Let's Take a Vacation from Instagram Vacation
Instagram Travel: Diluting your vacation experience on the hunt for the perfect photo to share on Instagram.
Reading time: 4 minutes
Inspired by Mary Pilon's article on Backchannel, I thought I'd give my take on this phenomenon that seems to really get people going. Many get upset by it and turn their social media off but at the end of the day, we need to re-think how we use platforms like Instagram. We're in complete control of how we shape our experience with social media, so don't let it consume you. I tend to forget that I use social media in a much different way than the average user, so sit back and assess your habits after you read this. Let it enhance your time, rather than becoming just Instagram travel.
Get the tourist spots out of the way but don't make them the main attraction.
On the surface, these amazing photos are the highlight of your trip since that's the content you're putting out there. In reality? It's a footnote. The trek towards that tourist spot - what you do before and after are what you'll really remember. That's the story you'll tell people in person when they ask about your experience. Tourist spots are famous for a reason (unless you're in China, where they literally make shit up to get your money) - they bring wonder to the minds of everyone who visits. Take this silhouette of Angkor Wat (Siem Reap, Cambodia) by Mary Pilon for example. The black outline and its reflection back in the water are sure to get some likes. What you don't see are the hordes of tourists trying to get that exact same shot. Photos can be replicated, stories cannot.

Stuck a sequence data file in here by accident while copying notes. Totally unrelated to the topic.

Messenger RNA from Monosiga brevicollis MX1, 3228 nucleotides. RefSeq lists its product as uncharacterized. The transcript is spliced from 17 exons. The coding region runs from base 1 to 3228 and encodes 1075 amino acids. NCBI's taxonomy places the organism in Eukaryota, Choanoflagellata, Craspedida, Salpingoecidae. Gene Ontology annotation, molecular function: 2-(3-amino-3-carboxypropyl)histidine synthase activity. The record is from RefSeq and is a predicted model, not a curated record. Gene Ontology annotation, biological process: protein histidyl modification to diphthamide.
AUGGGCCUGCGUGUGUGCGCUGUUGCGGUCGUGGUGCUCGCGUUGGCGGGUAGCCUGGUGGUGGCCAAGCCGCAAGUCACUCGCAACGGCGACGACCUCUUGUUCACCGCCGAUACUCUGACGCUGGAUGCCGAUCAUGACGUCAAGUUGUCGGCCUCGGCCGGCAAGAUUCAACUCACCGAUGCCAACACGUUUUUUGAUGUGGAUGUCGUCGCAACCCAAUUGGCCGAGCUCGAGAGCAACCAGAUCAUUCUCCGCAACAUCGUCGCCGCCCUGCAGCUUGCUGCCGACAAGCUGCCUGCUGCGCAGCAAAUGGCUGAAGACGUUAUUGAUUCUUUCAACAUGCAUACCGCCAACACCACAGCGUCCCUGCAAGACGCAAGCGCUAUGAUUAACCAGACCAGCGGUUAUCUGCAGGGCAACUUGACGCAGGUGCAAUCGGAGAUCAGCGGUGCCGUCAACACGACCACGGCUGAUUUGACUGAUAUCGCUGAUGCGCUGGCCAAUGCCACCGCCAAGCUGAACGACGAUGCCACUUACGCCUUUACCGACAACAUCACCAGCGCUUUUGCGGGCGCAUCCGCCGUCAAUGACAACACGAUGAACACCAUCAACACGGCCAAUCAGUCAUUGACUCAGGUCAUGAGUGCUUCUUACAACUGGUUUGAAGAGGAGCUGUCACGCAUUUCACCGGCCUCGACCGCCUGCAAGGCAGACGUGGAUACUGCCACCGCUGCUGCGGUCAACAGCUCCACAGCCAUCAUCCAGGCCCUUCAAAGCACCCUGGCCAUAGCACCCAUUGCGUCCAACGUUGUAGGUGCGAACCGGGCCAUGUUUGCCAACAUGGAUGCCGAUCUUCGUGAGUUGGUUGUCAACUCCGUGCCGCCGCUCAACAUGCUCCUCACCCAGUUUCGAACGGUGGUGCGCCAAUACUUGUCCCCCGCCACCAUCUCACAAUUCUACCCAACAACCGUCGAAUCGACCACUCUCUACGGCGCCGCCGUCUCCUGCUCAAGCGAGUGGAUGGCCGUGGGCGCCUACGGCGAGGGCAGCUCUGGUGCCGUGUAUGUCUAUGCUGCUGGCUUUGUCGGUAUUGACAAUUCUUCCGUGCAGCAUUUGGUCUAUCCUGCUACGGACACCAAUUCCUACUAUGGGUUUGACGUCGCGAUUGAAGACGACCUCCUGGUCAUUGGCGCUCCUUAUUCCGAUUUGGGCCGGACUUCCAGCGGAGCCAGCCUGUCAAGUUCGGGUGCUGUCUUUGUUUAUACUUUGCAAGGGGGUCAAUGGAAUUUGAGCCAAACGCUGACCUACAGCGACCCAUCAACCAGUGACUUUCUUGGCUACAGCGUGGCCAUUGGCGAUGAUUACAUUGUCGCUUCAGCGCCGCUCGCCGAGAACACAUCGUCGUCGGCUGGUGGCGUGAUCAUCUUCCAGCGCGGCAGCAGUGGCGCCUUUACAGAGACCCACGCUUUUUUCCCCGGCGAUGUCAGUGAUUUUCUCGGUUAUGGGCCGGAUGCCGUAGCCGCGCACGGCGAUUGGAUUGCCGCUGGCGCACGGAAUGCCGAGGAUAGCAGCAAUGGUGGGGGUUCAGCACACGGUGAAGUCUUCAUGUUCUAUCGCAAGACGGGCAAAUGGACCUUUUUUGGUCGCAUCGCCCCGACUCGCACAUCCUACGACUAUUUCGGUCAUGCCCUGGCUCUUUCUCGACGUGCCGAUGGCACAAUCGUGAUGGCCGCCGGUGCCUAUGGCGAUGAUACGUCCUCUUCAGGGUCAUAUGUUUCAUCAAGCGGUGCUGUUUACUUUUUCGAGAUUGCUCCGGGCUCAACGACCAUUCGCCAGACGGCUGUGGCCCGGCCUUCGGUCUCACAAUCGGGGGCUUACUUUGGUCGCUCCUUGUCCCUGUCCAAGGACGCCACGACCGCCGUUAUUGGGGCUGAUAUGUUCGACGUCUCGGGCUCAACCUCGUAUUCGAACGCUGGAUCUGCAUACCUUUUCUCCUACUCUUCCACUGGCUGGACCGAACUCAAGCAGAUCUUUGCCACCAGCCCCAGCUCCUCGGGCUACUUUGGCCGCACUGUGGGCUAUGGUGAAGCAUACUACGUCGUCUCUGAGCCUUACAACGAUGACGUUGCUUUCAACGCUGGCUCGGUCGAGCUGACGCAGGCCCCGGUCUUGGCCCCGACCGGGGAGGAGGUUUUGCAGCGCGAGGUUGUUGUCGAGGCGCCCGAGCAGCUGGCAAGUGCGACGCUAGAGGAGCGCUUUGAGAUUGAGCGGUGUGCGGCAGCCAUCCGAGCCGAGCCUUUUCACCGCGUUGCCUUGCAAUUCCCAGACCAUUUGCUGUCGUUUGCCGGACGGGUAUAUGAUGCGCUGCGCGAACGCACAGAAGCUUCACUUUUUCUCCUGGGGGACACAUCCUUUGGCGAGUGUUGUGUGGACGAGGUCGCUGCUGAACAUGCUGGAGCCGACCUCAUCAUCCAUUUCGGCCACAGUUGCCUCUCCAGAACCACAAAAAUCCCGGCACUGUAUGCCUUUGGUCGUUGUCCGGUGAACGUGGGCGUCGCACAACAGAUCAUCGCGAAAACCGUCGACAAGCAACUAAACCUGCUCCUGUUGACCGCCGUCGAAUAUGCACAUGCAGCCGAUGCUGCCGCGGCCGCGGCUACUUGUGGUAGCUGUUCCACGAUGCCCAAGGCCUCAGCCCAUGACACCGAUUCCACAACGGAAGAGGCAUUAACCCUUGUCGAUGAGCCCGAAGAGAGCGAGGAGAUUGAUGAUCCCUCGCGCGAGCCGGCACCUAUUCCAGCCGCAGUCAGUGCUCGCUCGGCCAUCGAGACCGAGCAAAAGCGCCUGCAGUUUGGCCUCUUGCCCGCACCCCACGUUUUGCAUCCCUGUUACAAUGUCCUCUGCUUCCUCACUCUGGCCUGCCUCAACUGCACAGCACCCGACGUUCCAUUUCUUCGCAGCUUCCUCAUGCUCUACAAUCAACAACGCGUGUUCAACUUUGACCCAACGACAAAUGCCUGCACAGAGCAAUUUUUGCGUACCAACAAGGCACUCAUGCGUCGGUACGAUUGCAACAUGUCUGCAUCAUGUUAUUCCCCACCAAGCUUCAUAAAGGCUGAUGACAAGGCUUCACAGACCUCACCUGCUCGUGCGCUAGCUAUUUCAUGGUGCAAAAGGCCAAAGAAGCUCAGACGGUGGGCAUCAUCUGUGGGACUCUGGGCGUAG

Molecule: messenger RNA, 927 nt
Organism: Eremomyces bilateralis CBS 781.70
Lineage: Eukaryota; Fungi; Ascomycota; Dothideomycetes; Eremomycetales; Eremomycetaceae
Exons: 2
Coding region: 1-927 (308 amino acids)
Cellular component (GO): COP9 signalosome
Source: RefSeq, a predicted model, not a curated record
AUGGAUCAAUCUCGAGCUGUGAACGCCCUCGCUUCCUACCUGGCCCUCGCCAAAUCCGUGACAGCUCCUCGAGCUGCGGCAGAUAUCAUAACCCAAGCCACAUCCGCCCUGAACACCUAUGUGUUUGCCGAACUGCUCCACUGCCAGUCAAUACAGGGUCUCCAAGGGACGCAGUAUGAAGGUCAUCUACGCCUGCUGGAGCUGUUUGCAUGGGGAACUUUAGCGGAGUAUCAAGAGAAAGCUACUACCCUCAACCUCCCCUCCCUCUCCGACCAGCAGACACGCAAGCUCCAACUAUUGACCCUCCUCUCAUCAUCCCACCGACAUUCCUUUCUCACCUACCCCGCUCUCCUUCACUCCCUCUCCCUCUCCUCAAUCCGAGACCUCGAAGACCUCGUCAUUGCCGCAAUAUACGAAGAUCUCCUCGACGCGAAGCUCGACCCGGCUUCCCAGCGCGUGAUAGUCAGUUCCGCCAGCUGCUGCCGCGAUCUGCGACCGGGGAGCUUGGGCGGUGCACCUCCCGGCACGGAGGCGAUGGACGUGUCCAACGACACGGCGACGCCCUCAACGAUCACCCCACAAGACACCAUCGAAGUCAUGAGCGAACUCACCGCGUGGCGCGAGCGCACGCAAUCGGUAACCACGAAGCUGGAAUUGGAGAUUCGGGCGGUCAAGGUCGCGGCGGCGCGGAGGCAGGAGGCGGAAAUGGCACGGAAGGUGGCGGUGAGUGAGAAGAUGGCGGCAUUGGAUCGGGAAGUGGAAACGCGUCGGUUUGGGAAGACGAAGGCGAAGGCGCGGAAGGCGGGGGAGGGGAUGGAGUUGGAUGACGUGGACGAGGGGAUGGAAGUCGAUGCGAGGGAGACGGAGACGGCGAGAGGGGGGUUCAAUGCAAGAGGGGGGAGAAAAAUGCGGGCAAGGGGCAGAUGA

Instagram is Exactly What You Make Of It
Take control of your feed. You have complete control over what types of content pops up. Don't like the shitty memes or barrage of selfies someone's posting? Consider them unfollowed. This mentality can and should also be applied to your approach to the platform. If you're wrapped up in trying to get that perfect photograph and miss out on the real experience, you and only you are to blame. It's not the platform or internet culture, it's your fault for obsessing over it.
I joined Instagram in 2012 if I remember right and in the years I've spent on the platform, I've had plenty of different approaches. That's about 4 years now, quite a long time to spend on one app. By now, I've grown to know Instagram pretty well - the good and bad aspects of it. At first, my account was just for sharing my life with friends - I was one of those people with a private account that was picky about who could follow me. That quickly changed, of course.
I've cast a much wider net since then, while still keeping a finely tuned feed of travelers and entrepreneurs - the people I connect with on a personal level best. I could spend an endless time in my feed talking with people I follow, there isn't anyone that feels out of place. At the same time, the content I put out brings back memories for me and those who shared my 'Instagram travel' experiences with me.